Public health relevance

Prevalence: Dengue fever is the most rapidly spreading mosquito-borne viral disease in the world. Its incidence has increased by 30 times in the past 50 years, and it is spreading to other countries; during the current decade, it has spread from urban to rural settings. An estimated 50 million cases of dengue infection occur annually among the 2.5 billion people who live in countries endemic for the disease. World Health Assembly resolution WHA55.17 in 2002 urged WHO and its Member States to make a greater commitment to controlling dengue fever. World Health Assembly resolution WHA58.3 on revision of the IHR gives dengue fever as an example of a disease that may constitute a public health emergency of international concern (PHEIC), with implications for health security due to disruption and rapid epidemic spread beyond national borders. Socioeconomic impact The estimated global cost of the prevention and control of dengue fever is at almost US$ 9 billion per year (4), and WHO has estimated that more than 3 billion DALYs are lost due to dengue fever.

WHO or other clinical guidelines relevant to the test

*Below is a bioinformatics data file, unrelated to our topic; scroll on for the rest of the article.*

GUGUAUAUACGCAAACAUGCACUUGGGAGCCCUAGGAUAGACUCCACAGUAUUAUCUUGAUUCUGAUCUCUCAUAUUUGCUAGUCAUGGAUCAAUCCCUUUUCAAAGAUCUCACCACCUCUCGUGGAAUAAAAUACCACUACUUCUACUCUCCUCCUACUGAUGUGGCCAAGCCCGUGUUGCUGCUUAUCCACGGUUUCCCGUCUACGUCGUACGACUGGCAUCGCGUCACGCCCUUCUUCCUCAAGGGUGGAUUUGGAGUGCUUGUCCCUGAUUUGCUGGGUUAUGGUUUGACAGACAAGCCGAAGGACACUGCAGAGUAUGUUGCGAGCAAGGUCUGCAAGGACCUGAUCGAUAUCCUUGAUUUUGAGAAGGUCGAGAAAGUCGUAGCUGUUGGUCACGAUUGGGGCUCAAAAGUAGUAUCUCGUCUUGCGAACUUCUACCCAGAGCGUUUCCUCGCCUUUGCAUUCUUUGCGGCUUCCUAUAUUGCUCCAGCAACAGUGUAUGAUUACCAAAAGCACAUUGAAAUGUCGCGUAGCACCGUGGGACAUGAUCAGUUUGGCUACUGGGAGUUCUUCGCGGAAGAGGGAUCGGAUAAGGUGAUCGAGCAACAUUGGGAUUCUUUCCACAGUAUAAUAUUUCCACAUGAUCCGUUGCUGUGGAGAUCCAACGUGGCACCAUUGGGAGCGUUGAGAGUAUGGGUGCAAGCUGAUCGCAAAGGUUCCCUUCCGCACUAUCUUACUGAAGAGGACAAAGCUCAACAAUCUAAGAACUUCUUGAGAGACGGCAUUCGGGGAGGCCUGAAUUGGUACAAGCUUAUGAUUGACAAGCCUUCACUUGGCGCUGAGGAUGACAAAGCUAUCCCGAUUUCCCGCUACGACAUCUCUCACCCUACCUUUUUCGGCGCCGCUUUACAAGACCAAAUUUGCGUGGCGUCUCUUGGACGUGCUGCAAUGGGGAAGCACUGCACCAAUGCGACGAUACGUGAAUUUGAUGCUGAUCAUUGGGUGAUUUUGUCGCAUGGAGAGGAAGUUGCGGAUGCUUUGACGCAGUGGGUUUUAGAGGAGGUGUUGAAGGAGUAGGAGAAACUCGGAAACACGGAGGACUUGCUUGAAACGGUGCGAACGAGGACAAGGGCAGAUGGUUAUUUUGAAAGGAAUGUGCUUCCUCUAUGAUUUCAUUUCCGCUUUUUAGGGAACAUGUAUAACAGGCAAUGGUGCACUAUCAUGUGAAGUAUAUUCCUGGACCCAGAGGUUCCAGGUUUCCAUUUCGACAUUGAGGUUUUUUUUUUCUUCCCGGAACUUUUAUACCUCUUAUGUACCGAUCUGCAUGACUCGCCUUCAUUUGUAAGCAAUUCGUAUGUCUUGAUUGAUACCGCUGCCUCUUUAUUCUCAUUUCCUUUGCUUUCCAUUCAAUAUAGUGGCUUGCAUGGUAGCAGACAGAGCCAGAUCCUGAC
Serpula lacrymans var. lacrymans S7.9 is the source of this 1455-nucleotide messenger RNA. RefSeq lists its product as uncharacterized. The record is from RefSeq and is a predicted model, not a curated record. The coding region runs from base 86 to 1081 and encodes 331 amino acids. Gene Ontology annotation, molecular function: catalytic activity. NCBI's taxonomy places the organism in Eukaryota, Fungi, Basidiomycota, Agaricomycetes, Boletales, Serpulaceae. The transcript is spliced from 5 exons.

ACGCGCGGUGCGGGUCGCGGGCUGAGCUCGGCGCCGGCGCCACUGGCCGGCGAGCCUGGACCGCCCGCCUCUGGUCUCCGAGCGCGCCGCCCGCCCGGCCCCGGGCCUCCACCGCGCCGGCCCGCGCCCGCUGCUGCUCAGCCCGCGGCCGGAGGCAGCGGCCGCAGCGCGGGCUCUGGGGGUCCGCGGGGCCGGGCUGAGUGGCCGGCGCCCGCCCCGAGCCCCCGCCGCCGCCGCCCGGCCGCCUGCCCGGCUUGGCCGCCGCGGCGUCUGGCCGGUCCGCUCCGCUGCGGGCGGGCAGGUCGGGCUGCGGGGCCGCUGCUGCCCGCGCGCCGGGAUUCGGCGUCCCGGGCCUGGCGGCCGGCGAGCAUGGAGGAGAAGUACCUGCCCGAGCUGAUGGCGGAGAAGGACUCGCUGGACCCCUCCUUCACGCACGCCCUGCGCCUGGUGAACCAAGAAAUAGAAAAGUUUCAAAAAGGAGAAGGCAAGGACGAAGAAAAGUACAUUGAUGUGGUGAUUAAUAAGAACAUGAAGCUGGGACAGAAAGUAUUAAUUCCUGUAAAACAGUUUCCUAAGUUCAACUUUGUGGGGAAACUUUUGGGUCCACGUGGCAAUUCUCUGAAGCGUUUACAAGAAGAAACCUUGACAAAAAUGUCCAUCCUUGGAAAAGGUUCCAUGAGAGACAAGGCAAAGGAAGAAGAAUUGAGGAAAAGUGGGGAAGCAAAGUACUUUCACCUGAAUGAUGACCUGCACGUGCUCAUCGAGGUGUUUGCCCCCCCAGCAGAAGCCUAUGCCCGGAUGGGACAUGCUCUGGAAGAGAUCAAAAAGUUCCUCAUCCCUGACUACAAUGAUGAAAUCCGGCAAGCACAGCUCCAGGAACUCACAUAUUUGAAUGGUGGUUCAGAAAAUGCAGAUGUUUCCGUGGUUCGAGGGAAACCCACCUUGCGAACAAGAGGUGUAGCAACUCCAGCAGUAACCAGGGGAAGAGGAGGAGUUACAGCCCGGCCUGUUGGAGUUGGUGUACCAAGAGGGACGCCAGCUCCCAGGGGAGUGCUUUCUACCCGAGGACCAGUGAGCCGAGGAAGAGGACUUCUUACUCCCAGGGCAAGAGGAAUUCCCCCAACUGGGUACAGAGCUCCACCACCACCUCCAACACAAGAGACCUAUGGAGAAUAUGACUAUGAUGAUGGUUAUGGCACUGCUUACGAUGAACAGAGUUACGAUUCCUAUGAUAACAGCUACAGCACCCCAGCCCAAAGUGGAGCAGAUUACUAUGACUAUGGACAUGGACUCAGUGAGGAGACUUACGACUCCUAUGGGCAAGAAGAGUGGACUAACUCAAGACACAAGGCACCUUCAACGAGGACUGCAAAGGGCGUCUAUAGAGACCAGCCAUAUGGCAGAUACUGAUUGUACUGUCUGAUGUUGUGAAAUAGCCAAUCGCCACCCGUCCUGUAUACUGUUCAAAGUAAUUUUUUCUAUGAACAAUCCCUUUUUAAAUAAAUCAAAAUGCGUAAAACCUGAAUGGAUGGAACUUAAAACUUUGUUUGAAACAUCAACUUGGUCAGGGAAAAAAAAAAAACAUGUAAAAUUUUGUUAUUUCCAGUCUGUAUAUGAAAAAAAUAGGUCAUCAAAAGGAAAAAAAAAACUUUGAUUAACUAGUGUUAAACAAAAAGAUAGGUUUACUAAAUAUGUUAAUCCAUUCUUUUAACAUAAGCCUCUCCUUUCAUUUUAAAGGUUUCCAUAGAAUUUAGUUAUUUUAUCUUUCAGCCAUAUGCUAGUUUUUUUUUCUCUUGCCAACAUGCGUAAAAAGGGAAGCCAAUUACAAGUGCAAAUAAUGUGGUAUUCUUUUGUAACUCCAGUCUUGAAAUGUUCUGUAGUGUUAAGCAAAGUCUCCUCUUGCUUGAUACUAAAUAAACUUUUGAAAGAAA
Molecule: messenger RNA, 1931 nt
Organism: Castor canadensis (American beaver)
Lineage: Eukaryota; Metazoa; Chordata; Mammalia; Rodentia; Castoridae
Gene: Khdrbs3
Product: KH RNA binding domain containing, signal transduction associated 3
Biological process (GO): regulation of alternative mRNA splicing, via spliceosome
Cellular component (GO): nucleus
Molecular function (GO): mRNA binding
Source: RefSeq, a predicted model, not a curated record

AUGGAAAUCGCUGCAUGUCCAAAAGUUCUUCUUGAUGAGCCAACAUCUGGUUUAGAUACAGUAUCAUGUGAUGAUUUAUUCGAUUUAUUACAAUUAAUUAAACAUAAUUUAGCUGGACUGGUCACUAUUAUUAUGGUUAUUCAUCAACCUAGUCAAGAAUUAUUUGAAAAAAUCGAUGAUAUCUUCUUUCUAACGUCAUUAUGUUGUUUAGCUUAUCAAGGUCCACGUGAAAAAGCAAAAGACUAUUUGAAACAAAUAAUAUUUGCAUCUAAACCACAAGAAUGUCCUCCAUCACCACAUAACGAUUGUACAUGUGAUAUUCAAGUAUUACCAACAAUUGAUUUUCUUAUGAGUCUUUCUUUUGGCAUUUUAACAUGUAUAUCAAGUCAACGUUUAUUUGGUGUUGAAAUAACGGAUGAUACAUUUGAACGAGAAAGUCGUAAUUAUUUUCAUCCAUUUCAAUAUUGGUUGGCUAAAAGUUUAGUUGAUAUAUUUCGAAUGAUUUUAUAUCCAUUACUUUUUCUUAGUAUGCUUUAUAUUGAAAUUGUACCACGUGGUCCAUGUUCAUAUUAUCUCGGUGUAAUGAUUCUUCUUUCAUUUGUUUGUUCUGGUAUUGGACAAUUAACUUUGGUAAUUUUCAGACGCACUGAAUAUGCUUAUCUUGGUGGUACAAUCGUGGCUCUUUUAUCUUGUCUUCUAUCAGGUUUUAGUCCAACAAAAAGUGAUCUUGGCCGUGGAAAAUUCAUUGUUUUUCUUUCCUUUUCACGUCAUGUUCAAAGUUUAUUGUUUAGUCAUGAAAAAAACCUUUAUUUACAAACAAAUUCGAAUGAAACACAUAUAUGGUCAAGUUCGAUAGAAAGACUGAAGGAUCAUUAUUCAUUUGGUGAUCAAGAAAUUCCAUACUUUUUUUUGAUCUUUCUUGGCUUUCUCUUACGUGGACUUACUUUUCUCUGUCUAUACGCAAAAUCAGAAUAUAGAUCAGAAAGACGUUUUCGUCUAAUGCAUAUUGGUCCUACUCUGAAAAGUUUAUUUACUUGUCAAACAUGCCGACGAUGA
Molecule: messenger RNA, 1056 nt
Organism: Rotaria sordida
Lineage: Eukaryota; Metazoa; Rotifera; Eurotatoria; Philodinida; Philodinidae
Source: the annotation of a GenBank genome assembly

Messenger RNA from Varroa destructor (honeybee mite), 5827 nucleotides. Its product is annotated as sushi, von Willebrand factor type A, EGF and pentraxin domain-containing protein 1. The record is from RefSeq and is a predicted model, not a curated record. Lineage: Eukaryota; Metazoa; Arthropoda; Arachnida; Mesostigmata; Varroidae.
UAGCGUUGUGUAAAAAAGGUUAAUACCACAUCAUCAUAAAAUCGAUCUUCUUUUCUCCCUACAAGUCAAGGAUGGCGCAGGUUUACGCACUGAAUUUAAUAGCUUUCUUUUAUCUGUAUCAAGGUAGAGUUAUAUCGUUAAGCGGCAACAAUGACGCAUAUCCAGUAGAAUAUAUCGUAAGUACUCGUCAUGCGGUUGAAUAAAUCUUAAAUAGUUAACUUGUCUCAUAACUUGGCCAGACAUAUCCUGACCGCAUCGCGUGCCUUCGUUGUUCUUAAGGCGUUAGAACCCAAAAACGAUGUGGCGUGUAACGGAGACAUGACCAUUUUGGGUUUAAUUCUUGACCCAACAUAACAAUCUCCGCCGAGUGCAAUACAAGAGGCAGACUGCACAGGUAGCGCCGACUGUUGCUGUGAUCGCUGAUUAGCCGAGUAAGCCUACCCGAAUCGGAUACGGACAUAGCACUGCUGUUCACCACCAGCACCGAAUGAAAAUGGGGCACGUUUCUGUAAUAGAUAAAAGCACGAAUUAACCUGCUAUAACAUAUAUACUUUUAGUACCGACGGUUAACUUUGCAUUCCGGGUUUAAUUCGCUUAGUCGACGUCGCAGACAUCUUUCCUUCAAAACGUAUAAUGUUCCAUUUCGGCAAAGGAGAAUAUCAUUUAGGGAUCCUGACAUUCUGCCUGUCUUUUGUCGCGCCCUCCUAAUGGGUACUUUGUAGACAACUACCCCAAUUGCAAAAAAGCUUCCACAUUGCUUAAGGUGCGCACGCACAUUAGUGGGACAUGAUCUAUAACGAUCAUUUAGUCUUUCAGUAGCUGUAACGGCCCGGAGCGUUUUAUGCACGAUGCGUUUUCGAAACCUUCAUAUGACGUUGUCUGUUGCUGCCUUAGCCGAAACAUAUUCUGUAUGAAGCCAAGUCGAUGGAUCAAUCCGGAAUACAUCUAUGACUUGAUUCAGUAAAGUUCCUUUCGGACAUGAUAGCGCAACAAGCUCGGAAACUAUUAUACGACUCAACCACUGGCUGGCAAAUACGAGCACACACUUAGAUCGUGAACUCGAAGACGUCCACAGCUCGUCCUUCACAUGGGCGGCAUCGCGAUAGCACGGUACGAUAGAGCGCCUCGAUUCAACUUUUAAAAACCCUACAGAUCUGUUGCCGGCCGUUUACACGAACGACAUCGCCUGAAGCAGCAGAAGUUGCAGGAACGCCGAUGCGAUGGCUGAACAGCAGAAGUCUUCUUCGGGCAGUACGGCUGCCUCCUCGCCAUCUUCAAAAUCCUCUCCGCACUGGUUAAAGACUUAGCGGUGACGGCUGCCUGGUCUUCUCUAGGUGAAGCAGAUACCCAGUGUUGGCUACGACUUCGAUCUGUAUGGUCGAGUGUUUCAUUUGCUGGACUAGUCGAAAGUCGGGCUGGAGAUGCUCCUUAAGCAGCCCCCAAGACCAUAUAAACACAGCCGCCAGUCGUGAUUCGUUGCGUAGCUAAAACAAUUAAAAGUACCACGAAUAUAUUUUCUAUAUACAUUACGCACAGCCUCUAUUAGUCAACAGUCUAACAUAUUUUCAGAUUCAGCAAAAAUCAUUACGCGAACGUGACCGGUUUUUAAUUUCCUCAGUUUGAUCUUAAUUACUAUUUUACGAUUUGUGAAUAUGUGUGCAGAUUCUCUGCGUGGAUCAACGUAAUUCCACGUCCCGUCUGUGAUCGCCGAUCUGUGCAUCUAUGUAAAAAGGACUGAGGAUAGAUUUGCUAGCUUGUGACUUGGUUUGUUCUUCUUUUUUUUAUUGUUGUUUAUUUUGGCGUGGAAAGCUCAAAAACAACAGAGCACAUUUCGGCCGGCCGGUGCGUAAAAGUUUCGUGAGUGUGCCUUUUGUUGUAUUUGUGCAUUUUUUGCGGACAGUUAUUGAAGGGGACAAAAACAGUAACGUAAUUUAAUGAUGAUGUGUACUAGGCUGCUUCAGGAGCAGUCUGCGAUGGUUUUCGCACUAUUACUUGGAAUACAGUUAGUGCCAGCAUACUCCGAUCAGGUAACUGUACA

Not provided

Evidence for clinical usefulness and impact

None provided.

Evidence for economic impact and/or cost–effectiveness

If only a subset of patients is tested during an outbreak or for confirmation in endemic periods, the impact on overall budgets will be small.

Ethical issues, equity and human rights issues

Consent is required to obtain a serum sample. Dengue fever predominantly affects populations living in poverty, and access to high-quality diagnostics can reduce the burden and improve equity.
1. Peeling R, Murtagh M, Olliaro P. Epidemic preparedness: why is there a need to accelerate the development of diagnostics? Lancet Infect Dis. 2019;19(5):e172–8. 2. Hunsperger EA, Muñoz-Jordán J, Beltran M, Colón C, Carrión J, Vazquez J, et al. Performance of dengue diagnostic tests in a single-specimen diagnostic algorithm. J Infect Dis. 2016;214(6): 836–44. 3. Peeling RW, Olliaro P. Reimagining the future of the diagnosis of viral infections. J Infect Dis. 2016;214:828–9. 4. Shepard DS, Undurraga EA, Halasa YA, Stanaway JD. The global economic burden of dengue: a systematic analysis. Lancet Infect Dis. 2016;16(8):935–41.